All four agencies reported facing management challenges in conducting physical security assessments or monitoring assessment results. Specifically, CBP, ARS, and the Forest Service have not met the ISC's required time frame of every 3 years for conducting assessments. For example, security specialists have not conducted required reassessments of two ARS and one Forest Service higher-level facilities. While these three agencies have plans to address backlogs, CBP's plan does not balance conducting risk assessments with other competing security priorities, such as updating its policy manual, and ARS and the Forest Service lack a means to monitor completion of future assessments. Furthermore, CBP, ARS, and the Forest Service did not have the data or information systems to monitor assessment schedules or the status of countermeasures at facilities, and their policies did not specify such data requirements. For example, ARS and the Forest Service do not collect and analyze security-related data, such as countermeasures' implementation. FAA does not routinely monitor the performance of its physical security program. Without improved monitoring, agencies are not well equipped to prioritize their highest security needs, may leave facilities' vulnerabilities unaddressed, and may not take corrective actions to meet physical security program objectives. This is a public version of a sensitive report that GAO issued in August 2017. Information that the agencies under review deemed sensitive has been omitted.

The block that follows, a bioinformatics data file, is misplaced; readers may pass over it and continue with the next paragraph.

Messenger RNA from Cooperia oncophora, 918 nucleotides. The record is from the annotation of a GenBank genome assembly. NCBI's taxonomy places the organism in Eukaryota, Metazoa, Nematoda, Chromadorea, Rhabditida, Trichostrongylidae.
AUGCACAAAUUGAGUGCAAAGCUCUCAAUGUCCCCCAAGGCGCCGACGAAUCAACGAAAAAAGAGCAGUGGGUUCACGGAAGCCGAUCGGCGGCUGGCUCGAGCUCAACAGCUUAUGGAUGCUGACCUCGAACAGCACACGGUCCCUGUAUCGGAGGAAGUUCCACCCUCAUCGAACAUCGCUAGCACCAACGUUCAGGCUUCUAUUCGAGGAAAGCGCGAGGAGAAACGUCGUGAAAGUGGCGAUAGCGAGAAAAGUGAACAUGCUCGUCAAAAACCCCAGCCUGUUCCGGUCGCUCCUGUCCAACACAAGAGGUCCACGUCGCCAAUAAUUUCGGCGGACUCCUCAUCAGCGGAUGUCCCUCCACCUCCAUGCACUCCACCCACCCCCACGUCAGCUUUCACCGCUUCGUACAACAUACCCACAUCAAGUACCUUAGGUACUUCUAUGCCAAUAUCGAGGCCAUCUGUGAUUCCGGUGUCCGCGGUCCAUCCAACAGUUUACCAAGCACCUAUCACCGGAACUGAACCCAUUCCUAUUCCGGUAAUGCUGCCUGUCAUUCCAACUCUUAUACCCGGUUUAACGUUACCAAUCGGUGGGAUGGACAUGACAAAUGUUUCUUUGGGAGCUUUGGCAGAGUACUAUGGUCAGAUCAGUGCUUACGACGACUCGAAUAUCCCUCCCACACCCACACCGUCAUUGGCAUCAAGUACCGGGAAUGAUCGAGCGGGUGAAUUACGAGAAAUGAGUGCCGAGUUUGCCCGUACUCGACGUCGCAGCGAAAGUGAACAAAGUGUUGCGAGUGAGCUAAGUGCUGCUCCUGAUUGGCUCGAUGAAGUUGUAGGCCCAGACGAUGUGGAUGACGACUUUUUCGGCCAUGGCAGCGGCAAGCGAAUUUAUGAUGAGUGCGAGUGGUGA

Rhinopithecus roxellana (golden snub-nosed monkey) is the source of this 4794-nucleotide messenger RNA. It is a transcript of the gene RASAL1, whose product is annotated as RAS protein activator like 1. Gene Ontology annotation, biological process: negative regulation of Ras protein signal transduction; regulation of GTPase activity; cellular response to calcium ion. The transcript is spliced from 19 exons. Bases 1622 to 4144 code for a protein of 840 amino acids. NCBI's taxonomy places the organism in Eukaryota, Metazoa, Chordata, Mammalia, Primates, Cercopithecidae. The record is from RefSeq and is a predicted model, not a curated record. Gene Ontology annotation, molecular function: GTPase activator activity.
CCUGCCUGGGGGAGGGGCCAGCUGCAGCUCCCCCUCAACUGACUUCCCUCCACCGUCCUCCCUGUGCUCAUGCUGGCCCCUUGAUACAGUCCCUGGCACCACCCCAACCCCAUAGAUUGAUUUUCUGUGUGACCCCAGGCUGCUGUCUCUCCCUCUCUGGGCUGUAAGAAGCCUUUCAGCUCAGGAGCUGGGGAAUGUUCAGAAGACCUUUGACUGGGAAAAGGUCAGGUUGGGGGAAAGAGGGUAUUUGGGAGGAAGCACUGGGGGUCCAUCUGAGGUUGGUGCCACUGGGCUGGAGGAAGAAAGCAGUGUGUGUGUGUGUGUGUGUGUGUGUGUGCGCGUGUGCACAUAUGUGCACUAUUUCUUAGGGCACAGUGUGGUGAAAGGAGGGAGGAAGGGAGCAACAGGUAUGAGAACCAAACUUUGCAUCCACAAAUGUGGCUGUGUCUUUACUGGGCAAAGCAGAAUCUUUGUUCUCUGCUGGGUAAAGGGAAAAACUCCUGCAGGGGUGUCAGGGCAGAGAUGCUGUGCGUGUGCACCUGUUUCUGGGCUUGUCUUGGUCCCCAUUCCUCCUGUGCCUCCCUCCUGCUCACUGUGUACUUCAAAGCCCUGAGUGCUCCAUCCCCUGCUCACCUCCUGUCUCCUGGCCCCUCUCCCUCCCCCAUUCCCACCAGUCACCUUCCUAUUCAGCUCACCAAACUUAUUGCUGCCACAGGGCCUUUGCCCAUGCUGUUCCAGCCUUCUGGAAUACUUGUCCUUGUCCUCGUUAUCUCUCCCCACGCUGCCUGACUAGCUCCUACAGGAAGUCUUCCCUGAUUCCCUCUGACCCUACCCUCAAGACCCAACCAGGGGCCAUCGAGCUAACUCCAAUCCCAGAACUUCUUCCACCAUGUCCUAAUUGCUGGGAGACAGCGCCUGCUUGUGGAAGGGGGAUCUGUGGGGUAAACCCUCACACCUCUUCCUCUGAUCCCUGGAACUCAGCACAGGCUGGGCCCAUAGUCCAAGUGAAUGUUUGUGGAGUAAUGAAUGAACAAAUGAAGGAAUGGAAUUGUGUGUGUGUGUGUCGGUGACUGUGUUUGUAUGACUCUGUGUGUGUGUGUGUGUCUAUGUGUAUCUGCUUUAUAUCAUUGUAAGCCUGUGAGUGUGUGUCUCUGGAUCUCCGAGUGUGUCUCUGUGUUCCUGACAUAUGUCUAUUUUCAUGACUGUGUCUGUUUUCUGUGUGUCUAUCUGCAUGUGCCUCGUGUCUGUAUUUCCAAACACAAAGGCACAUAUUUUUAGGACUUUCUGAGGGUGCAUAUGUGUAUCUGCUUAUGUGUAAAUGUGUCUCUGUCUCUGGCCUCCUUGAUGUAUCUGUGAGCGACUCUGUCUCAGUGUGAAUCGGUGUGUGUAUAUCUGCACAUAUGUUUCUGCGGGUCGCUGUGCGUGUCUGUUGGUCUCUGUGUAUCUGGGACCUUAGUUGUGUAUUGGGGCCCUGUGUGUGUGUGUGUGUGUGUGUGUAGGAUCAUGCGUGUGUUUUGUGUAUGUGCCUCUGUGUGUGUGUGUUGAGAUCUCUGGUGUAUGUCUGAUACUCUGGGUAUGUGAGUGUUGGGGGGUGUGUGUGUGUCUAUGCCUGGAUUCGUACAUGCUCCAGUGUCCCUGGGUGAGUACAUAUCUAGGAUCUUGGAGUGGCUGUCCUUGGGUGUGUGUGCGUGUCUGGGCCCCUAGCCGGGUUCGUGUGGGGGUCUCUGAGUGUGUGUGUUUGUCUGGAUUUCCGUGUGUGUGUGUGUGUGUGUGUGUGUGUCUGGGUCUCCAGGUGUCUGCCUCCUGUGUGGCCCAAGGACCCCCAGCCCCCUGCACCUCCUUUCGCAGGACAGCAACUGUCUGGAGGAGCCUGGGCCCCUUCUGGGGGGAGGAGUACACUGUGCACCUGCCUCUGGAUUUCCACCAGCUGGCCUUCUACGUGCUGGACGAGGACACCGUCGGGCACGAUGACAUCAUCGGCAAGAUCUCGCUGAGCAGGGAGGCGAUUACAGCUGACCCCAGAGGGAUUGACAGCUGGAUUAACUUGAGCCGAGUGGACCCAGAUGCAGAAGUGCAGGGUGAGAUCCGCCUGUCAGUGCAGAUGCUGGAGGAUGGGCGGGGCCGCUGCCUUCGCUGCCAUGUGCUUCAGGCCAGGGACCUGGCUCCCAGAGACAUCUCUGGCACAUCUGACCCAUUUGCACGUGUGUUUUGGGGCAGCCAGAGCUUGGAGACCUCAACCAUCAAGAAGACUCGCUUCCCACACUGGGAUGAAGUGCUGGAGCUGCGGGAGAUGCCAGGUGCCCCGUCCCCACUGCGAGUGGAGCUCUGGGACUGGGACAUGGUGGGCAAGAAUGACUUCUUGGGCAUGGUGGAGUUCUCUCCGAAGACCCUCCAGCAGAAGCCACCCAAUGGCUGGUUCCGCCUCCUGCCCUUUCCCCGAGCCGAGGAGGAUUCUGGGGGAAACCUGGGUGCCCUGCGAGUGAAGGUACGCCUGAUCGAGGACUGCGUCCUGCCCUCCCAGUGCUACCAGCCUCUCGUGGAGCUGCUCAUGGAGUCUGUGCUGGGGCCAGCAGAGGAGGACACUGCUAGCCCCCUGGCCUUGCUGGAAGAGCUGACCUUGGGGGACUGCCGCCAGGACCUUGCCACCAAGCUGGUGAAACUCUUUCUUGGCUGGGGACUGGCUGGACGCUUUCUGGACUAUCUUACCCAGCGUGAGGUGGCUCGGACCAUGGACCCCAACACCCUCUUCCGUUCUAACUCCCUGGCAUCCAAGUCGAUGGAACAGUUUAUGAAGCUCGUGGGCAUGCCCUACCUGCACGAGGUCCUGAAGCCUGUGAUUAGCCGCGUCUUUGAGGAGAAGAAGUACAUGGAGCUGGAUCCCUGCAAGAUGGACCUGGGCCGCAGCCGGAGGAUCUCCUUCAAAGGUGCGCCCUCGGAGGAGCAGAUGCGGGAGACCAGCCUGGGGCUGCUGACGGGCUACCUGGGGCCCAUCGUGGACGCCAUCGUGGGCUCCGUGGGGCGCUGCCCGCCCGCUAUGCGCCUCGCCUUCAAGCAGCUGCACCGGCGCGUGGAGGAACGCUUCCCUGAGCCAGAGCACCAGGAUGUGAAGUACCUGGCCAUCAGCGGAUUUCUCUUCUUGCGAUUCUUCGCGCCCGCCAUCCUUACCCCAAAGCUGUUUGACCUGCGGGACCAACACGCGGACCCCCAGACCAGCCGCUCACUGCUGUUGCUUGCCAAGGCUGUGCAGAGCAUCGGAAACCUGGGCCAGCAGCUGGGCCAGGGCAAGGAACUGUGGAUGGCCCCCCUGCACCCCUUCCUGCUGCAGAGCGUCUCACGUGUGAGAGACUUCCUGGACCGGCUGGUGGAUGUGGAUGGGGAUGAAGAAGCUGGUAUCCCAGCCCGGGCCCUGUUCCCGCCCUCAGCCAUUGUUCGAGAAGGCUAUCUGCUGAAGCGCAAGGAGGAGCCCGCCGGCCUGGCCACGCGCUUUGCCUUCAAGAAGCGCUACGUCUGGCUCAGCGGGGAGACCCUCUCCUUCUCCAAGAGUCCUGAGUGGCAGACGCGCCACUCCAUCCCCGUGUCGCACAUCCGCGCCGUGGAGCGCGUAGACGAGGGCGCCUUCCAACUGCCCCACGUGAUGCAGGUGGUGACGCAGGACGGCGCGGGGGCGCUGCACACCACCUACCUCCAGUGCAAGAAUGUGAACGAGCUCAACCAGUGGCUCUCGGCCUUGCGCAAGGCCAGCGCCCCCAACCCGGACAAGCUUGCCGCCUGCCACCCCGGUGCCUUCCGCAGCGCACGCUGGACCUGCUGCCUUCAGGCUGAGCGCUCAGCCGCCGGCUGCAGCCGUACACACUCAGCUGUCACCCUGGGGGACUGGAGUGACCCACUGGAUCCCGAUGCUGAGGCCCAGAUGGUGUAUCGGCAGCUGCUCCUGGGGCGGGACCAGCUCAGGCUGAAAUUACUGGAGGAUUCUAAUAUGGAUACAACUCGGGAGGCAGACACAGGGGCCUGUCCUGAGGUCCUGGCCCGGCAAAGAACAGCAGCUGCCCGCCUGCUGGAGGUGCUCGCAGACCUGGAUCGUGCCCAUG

Why GAO Did This Study

Protecting federal employees and facilities from security threats is of critical importance. Most federal agencies are generally responsible for their facilities and have physical security programs to do so.

GAO was asked to examine how federal agencies assess facilities' security risks. This report examines: (1) how selected agencies' assessment methodologies align with the ISC's risk management standard for identifying necessary countermeasures and (2) what management challenges, if any, selected agencies reported facing in conducting physical security assessments and monitoring the results.

GAO selected four agencies—CBP, FAA, ARS, and the Forest Service—based on their large number of facilities and compared each agency's assessment methodology to the ISC Standard; analyzed facility assessment schedules and results from 2010 through 2016; and interviewed security officials. GAO also visited 13 facilities from these four agencies, selected based on geographical dispersion and their high risk level.

What GAO Recommends